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Allyship, at its simplest level, means being a supporter. 

I’ve experienced homophobia in the workplace, and in my case, it was from a patient. Unfortunately, when the matron spoke to them, they denied it. Even though other patients and staff witnessed what happened, nothing was done. At the time, I felt like my organisation didn’t care about me. I was a professional, all I wanted was to be treated like a professional.  

Allowing colleagues to feel safe and comfortable is so important. Even if your actions of allyship are small, they amount to something greater.

1. Avoid assumptions

Homophobia and transphobia can look like a lot of things. There are obvious examples, such as name calling, excluding people and making rude gestures, but there are also more subtle manifestations, like making assumptions.

If you have new or temporary staff, it’s a good idea to be cautious of the language you use. People can sometimes think others are automatically straight, and if they’ve got a partner, that they are of the opposite gender.

My simple rule is to follow their lead. If you’re unsure, ask questions such as “what name do you go by?” and “what are your pronouns?”, and if someone mentions a partner, you should refer to them as “partner” in a gender-neutral way until you know otherwise.

2. Call it out 

Being an ally is also about challenging other people if they make stereotypical judgements. People might defend what they’ve said, often calling it “banter”, but to someone else, it could be deeply offensive.

As a bystander, I would encourage people, if they feel able to, to call that behaviour out. If you are a manager, there is an additional responsibility for you to act and take concerns seriously and not gaslight or undermine the individual raising their concerns.

My simple rule is to follow their lead

Be confident, calm and assured. Not calling this behaviour out can have serious repercussions. Don’t be a passive bystander: be an active one.

Having said that, if you don’t feel confident or able, check in with the colleague who might have been affected. Recognise their feelings and be supportive if they want to take further action.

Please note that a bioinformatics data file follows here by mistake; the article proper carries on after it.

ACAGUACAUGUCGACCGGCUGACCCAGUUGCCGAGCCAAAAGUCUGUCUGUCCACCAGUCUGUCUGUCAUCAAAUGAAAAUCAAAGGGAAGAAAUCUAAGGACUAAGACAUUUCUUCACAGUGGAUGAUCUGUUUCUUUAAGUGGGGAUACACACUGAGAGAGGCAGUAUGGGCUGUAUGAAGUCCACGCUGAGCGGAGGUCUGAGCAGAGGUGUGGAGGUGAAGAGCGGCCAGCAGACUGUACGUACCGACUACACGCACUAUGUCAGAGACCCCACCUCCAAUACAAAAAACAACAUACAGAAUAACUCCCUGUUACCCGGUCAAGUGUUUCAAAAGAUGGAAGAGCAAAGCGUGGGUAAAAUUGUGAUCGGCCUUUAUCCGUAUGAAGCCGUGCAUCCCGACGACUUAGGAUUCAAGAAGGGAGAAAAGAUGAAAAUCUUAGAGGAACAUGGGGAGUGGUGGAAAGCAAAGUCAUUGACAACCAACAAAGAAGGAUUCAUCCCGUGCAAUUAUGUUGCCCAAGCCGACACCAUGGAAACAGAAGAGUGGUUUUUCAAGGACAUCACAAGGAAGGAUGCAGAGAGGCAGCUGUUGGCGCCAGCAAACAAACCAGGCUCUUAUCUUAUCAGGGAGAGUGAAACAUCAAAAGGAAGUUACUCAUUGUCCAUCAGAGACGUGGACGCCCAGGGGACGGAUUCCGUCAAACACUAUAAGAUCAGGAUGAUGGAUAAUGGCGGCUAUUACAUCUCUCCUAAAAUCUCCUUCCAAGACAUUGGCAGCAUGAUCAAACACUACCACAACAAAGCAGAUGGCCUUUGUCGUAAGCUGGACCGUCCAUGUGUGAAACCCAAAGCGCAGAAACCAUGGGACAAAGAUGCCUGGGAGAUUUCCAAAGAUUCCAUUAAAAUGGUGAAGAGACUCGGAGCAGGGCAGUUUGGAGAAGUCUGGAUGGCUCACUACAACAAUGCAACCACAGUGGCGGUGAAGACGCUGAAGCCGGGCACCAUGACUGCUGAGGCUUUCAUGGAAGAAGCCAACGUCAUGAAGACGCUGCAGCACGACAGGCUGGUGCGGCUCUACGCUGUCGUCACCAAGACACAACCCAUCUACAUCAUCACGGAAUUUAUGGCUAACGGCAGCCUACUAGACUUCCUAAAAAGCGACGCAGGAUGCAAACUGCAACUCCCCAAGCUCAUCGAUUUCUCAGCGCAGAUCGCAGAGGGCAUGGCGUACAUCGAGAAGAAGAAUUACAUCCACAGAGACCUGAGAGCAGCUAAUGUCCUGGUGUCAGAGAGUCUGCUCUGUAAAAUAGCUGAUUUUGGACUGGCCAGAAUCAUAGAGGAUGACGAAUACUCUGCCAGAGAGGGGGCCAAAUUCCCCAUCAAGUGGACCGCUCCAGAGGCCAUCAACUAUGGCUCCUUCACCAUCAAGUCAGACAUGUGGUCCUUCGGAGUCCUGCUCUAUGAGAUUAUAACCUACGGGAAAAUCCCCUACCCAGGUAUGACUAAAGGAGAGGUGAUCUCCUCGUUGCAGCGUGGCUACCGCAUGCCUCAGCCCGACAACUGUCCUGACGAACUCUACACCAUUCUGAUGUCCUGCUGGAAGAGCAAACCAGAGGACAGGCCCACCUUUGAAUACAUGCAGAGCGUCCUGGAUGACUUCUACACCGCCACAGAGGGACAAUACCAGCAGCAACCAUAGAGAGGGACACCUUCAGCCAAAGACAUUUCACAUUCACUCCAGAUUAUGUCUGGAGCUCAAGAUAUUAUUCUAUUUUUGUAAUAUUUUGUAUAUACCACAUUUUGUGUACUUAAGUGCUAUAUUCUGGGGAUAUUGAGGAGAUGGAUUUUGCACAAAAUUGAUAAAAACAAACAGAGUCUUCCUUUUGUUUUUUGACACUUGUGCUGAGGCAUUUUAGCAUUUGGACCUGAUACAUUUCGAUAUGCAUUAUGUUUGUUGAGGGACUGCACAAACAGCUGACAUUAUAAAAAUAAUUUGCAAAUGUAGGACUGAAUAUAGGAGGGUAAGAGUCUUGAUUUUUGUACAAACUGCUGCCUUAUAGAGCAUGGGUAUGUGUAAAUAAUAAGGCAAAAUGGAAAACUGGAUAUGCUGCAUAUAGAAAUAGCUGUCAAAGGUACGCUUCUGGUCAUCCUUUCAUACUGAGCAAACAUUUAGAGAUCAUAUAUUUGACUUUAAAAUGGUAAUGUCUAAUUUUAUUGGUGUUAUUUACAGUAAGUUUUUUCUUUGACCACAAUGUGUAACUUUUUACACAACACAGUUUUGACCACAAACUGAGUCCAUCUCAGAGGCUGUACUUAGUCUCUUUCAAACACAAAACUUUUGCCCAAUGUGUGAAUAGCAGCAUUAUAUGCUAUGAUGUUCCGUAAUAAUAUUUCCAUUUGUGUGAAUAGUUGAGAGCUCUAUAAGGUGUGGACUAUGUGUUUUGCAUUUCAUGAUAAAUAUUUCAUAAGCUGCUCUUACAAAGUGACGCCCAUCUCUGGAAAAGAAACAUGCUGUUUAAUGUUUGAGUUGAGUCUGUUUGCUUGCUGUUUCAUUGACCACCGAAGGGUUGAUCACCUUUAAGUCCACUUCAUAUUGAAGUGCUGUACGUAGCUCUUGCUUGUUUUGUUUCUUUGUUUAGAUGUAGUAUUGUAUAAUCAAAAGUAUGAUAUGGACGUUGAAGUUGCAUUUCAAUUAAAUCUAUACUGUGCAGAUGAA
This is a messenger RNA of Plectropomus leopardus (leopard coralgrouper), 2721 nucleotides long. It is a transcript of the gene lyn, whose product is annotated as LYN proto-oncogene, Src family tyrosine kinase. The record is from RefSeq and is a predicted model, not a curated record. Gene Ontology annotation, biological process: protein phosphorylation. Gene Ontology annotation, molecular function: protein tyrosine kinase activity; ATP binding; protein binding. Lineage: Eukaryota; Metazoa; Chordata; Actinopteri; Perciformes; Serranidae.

3. We all make mistakes

If you ever find yourself in a situation when you’ve got something wrong, made a mistake, or accidently misgendered someone, the best thing to do is apologise.

It may be that the person affected hasn’t corrected you in the moment, but if you find out later, it’s good to acknowledge your mistakes and apologise all the same. Be mindful, try to learn from the event and take those learnings into future conversations.

4. Be visible

While being vocally supportive of the LGBTQ+ community is a great thing, there are other ways you can be an ally. I’d suggest adding your pronouns to your email signature. You can wear badges, stickers or even rainbow lanyards to make it known that you’re an ally. This sends a message to staff that they can be themselves.

5. Know how to escalate

It’s important to know the chain of escalation – this is something everyone should know, not just members of the LGBTQ+ community. I’ve come across instances where there has been explicit discrimination, and staff LGBTQ+ networks are well equipped to tackle it as a group.

If you ever find yourself in a situation when you’ve got something wrong, the best thing to do is apologise

Use your Freedom to Speak Out Guardians, your equalities team, and your workplace reps. Report incidences on Datex. A combined effort and commitment from across the workplace are what’s needed to eradicate homophobia and transphobia.

Reps and managers should have an open-door policy for this kind of thing and should make themselves easily accessible. If there is no LGBTQ+ support network in your workplace, set one up. Anyone can and should get involved.

Billy Nichols is a steward and sits on the RCN Steward Committee, he is also chair of his organisation’s LGBTQ+ staff network. 

Billy Nichols

Above: Billy Nichols

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